I’m currently reading a very interesting book called Being Wrong: Adventures in the Margin of Error, by Kathryn Schulz. (I confess it’s overdue at the library. To Holly, my favorite librarian: I’m sorry–I’ll have it back soon!) There’s a lot of good discussion about the unproductive relationship we have with being wrong–we hate it: we deny it when it happens, and we don’t learn from our mistakes because we’re so busy refusing to admit them. In short, we’re even wrong about the way to be wrong, a meta-problem if ever there was one. I’m mulling over how to get better at being wrong; I’m sure I’ll have plenty of opportunities to practice. While I’m working on that, I wanted to highlight one category of wrongness that is particularly alarming, and which should strike fear into the heart of anyone who cannot guarantee to remain in perpetually perfect health–in short, everyone.
Chapter 14 begins with the story of a woman who went in for some sort of surgery at one of the top hospitals in the United States. When she awoke in the recovery room, she was confused to realize that she had bandages on the wrong side of her body. Whatever it was the surgeons were to do, they had apparently done it in the wrong place.
As our eyes widen with that prospect to consider, we’re next confronted with numbers to make the head spin. Based on statistics from a report of the Institute of Medicine, the author makes some startling estimates of medical mistakes: there are between 690,000 and 748,000 medical errors annually in the US, and between 44,000 and 98,000 of them are fatal. (Schulz, p. 300)
This is when I began to think about the recent plane crashes. The author points out that even if you use the lower figures, medical errors rank as the eighth leading cause of death in the US. She says this: “For commercial aviation to take the same toll in the United States as medical errors do, a sold-out 747 would have to crash every three days, killing everyone on board.”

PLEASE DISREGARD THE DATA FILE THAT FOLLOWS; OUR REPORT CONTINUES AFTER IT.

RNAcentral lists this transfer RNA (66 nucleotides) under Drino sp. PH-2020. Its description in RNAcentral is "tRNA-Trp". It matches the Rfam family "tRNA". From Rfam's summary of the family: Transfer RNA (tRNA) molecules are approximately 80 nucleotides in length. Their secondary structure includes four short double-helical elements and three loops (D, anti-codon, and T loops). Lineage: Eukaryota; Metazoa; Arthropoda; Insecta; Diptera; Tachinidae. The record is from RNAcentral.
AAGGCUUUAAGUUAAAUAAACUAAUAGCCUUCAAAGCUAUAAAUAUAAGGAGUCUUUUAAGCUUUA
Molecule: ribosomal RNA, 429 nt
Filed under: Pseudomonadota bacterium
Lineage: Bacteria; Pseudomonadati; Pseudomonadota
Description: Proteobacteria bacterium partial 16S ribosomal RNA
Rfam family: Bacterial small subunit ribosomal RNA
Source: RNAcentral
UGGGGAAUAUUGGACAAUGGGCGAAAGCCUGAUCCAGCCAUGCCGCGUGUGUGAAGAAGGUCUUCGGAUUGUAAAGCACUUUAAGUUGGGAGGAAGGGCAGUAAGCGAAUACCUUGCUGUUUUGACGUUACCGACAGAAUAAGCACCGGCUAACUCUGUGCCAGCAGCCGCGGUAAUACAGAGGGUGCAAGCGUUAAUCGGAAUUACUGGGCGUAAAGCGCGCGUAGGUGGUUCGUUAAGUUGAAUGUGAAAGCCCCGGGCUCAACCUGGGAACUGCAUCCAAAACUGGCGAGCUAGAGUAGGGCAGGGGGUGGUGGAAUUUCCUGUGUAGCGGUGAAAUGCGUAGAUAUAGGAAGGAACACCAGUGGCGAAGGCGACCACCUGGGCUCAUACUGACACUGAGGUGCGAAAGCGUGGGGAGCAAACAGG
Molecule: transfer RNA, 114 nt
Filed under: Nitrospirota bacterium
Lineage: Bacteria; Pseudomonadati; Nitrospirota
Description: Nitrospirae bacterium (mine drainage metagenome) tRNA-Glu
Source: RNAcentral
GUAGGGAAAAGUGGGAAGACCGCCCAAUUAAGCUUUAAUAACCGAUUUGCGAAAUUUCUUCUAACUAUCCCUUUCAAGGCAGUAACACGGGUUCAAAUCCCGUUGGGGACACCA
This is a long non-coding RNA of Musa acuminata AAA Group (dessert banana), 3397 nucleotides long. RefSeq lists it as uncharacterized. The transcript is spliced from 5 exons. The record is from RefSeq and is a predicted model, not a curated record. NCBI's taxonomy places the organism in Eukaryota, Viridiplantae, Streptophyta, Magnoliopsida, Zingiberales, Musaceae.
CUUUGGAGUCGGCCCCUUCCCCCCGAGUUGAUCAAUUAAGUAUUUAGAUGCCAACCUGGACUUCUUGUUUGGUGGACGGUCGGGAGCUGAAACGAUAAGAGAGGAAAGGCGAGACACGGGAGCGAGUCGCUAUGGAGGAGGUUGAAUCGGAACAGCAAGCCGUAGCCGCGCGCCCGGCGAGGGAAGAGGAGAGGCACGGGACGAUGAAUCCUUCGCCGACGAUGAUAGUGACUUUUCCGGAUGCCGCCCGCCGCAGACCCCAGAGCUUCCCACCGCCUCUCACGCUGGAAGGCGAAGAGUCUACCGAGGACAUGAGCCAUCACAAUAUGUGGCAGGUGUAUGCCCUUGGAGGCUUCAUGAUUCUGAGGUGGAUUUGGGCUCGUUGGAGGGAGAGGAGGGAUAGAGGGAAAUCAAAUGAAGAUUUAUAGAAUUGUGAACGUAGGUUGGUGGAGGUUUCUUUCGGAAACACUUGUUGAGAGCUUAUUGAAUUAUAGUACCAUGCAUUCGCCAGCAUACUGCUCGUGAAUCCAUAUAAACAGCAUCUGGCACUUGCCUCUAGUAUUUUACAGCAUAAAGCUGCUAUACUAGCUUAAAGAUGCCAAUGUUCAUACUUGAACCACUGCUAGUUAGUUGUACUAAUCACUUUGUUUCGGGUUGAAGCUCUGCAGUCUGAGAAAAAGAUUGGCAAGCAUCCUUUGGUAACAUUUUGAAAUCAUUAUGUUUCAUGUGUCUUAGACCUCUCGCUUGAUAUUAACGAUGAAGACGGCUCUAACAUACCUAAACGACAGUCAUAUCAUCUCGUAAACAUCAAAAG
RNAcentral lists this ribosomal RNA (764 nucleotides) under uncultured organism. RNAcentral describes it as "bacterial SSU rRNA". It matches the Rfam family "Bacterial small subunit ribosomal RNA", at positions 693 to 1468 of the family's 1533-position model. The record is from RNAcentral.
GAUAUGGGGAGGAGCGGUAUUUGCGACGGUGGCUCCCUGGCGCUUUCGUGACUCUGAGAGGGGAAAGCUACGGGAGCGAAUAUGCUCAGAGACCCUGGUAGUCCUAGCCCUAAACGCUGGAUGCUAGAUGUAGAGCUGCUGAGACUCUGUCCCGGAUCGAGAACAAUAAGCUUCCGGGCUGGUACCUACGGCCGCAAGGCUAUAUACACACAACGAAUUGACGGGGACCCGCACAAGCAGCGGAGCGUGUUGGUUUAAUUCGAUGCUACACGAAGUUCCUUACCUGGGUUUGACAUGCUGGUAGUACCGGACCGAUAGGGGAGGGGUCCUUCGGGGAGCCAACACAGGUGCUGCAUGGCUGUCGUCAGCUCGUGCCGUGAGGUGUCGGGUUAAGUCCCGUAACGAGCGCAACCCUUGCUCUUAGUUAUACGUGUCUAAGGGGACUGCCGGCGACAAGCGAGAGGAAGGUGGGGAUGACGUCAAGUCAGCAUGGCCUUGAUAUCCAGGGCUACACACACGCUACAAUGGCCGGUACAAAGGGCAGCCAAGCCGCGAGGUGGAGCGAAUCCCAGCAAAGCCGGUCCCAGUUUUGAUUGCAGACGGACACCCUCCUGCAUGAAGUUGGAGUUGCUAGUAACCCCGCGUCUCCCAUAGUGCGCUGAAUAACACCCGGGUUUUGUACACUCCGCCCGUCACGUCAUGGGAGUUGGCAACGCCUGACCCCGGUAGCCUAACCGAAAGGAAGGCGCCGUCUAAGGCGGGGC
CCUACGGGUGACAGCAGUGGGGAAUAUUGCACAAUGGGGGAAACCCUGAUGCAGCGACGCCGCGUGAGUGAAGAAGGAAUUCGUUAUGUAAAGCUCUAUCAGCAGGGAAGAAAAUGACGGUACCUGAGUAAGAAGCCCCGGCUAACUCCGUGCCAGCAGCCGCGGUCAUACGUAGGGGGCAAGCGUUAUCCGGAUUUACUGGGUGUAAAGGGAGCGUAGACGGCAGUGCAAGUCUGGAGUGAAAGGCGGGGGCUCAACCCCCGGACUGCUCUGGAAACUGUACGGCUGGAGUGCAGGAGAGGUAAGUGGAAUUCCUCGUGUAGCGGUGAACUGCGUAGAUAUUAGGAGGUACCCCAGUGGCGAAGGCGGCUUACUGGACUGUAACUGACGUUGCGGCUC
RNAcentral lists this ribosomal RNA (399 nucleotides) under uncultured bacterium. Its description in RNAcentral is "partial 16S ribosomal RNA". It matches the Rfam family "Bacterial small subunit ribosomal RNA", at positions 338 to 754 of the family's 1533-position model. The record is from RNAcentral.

Let’s just pause for a minute to let that sink in.
As passengers on a commercial flight, there’s not a lot you or I as individuals can do to increase our chances of landing safely–it may be heretical to say it, but I don’t think those seat belts are likely to make a great deal of difference. On the other hand, I like to think that we can increase our chances of making it safely through encounters with the medical establishment. We tend to be intimidated by folks in white coats, but as it’s our well-being on the line, perhaps we can speak up and ask more questions.
El Guapo had knee surgery a few years ago to repair a torn meniscus (he was playing Marcellus in Music Man, and had a lot of dancing to do). Before they administered anesthesia, someone pulled out a permanent marker and wrote on the knee that was going under the knife. I assume that something like that is standard operating procedure in the wake of errors like the one described earlier. I’m inclined to think that as part of a pre-op discussion, it makes sense to ask what kinds of safeguards are in place to prevent medical errors. And then maybe you’d want to avail yourself of one of those markers, so that before you go under, you could write your own message: “Hey, guys–over here.”